I’M THE TYPE of person who likes to plan. I have at least 10 to-do lists going at any one time. I have calendars on my refrigerator, my desk and my phone. I plan out my days, my months, my years and, on occasion, my decades.
My job, managing the biology department at a small liberal arts college, is a perfect fit for my personality. For the past 22 years, I’ve methodically planned out every day of each semester. I figure out what equipment is needed to run the laboratory courses we teach. I anticipate how much money the department will require for the upcoming fiscal year. I try to foresee the future and avert any mishaps that could cause the department to operate in a suboptimal fashion.
In February, I spent some time working on my annual performance review. I combed through my past evaluations and reread some of the comments made by co-workers. They praised my resourcefulness and my efficiency, and they admired my ability to simultaneously balance routine tasks with crisis intervention. I felt valued for the work I was doing. I was secure knowing that I’d found my career niche and my future was bright.
Then everything changed.
In a matter of days, I went from being an indispensable member of our department to being deemed “nonessential.” The lecture halls and laboratory spaces in the biology building—usually overflowing with activity—went silent. The college went from a vibrant community of students, staff and faculty to a ghost campus.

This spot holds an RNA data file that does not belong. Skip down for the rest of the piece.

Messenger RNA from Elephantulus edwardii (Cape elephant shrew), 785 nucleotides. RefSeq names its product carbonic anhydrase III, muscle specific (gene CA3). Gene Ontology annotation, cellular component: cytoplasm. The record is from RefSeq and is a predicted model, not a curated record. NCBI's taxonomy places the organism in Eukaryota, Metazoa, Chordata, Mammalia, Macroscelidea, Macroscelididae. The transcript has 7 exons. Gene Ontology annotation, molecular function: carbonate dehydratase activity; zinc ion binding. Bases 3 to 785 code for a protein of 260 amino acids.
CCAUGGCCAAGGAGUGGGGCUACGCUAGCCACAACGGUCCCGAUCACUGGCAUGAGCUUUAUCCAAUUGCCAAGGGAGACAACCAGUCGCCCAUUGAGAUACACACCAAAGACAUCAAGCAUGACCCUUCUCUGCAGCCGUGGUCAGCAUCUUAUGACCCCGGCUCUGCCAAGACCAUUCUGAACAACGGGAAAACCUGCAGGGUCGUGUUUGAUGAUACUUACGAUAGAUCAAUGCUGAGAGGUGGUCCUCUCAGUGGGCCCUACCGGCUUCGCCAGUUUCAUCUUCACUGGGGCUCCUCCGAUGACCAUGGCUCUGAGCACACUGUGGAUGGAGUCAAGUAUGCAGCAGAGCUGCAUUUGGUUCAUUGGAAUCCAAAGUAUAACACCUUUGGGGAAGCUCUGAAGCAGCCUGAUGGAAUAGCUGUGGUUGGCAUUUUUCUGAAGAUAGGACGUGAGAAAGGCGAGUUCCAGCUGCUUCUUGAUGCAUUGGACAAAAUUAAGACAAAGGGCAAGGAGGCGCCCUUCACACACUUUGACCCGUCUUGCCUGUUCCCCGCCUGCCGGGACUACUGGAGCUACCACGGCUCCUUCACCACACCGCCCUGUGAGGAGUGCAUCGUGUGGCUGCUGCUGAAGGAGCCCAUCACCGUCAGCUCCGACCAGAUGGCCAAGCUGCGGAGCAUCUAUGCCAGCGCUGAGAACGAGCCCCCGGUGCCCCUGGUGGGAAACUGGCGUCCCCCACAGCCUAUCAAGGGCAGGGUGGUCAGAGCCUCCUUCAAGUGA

The economic impact of the coronavirus pandemic has hit many colleges and universities hard. Almost immediately after schools began to shutter their campuses in March, talk of layoffs and furloughs began. The college I work at has continued to pay its staff and faculty throughout the pandemic. We have, however, been warned financial losses could accumulate quickly if the campus remains closed to students. Administrators have already notified staff members about salary freezes and departmental budget cuts.
The college will soon announce the type of teaching model to be used in the fall. But questions will still remain. How many students will return to campus if the school is open? How many student employees will we have? If there’s a coronavirus outbreak on campus, will the doors close again as abruptly as they did a few months ago?
My husband is fond of the saying, “Hope for the best, plan for the worst.” I hope the furloughs, layoffs, salary reductions and suspension of retirement account contributions that other institutions are putting into place won’t happen at my college. At 53 years old, I’m too young for retirement but too set in my ways to want a new career.
The good news? All that planning I did in the past will help me weather any storm I might face. My husband and I have an emergency fund we can tap into. We have a stable income stream thanks to his pension and Social Security benefits. And a permanent job loss could mean accelerating our plans to relocate to another part of the country.
Kristine Hayes is a departmental manager at a small, liberal arts college. Her previous articles include Did It Myself, While at Home and Attitude Adjustment. Kristine enjoys competitive pistol shooting and hanging out with her husband and their dogs.